Caribbean flair nearly gets us there

A veritable run-feast was on show tonight at the Wankhede as the Mumbai Indians fell agonisingly short of posting the highest successful run-chase in IPL history against the marauding Kings XI Punjab. The pitch was paradise for batsmen, less so for bowlers as a combined 453 runs were smashed in 40 overs.

The strategy of ‘If it isn’t broke, don’t fix it’, was in force today as Rohit Sharma opted for no changes from the team that faced off against Sunrisers Hyderabad. Glenn Maxwell called incorrectly at the toss, and our skipper opted to chase. Given that the majority of our victories this season came whilst chasing, this seemed a natural choice. For Kings XI Punjab, their only change was drafting in Ishant Sharma for Swapnil Singh.

Wriddhiman Saha and Martin Guptill strode out to bat on an absolute belter of a pitch. The choice of Saha was odd, given that this was just his seventh time he was opening the batting in his T20 career. Martin Guptill, though faced the first ball, off Hardik Pandya, and immediately sank his teeth into the all-rounder’s first delivery, crashing it for four. Wriddhiman Saha got into the act as he guided a square drive past point off the last ball of Hardik’s over, to ensure Kings XI Punjab got off to a flier.

Mitchell McClenaghan bowled the second over, but was erratic, both in line and with his front foot. A massive 16 runs were conceded off the second over and Rohit Sharma was forced to call upon his main weapon, Bumrah earlier than he would have liked. Bumrah provided a modicum of control (and respite from the breakneck progression of the innings) as he conceded a measly 3 runs in the powerplay off the third over. More importantly more Mumbai, he kept the boundaries down and bowled three dots in it, equal to what McClenaghan and Hardik managed combined in the first two overs.

Lasith Malinga was brought on to bowl the fourth over, but was distinctly off-colour. His second ball was an uncharacteristic no-ball, which was also dispatched for a maximum over long-off by Martin Guptill. Wriddhiman Saha joined the act as he took advantage of the fielding restrictions by carting Malinga’s third and fourth deliveries for back-to-back boundaries. In the meantime, Kings XI Punjab brought up their team fifty in this over. Bumrah’s second over, despite the first ball four, was a continuation of his first. His bouncers were on the mark, and he cleverly mixed up his cutters with stock balls. 9 runs were recorded off his second over (Punjab’s fifth of the innings), but the innings run rate was still 12 runs an over.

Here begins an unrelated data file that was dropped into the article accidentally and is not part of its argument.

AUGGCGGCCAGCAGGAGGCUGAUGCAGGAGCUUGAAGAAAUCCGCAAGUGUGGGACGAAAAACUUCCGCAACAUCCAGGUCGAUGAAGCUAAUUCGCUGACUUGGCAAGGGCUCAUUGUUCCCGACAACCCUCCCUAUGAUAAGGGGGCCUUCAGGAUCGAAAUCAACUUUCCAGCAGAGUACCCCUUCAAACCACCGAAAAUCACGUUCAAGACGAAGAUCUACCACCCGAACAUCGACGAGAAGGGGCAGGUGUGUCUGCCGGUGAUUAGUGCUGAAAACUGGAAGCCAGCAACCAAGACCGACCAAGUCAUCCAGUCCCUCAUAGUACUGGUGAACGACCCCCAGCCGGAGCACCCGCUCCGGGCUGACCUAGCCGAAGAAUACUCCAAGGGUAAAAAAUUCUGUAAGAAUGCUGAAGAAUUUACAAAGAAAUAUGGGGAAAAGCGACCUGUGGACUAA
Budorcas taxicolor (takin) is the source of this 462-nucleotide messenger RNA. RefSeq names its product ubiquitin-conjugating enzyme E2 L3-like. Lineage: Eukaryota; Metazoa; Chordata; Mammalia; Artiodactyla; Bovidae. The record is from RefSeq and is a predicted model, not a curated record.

With Harbhajan Singh getting attended to, after hurting his wrist whilst attempting to catch an outside edge at slip, Karn Sharma was brought on to bowl the final over of the powerplay. Martin Guptill struck a brace of boundaries of the legspinner’s first two balls, before he skied the next to Hardik Pandya. Pandya managed to make a difficult catch look easy and Mumbai had their first wicket of the evening. The Punjab skipper, Glenn Maxwell walked into a very solid platform laid by the openers. Punjab ended the powerplay at a commanding 71/1.

Mitchell McClenaghan steamed back to bowl his second over of the day, but it was one of those days where the faster he bowled, the faster it travelled. Wriddhiman Saha and Glenn Maxwell cashed in and struck three fours, the highlight being a beautiful ramp off an off-cutter that beat fine-leg and thumped into the boundary hoarding. Conventional wisdom would dictate that a leg-spinner would be extremely effective against right-handed batsmen. Unfortunately for Mumbai, Glenn Maxwell paid no heed to this and struck the first and fifth ball of Karn Sharma’s second over for maximum. Maxwell was no doubt aided by the true nature of the pitch, given that both strikes were nowhere near the pitch of the ball. Maxwell had the honour of posting the team’s 100 at the end of the final ball of the 8th over.

Fans were delighted to see Harbhajan Singh back in action, as the off-spinner was drafted in to bowl the ninth over of the innings. Glenn Maxwell greeted the veteran tweaker with a pair of sixes off his first two balls, before repeating the dose off his fifth ball. Punjab had looted 21 runs of one of the most economical bowlers in this tournament, a testament to their clean hitting and the placid nature of this surface. Incredibly, Maxwell and Saha were at the same score at end of the 9th over (41), with Maxwell taking 10 fewer balls to reach this point (Saha had faced 24 balls, Maxwell 14).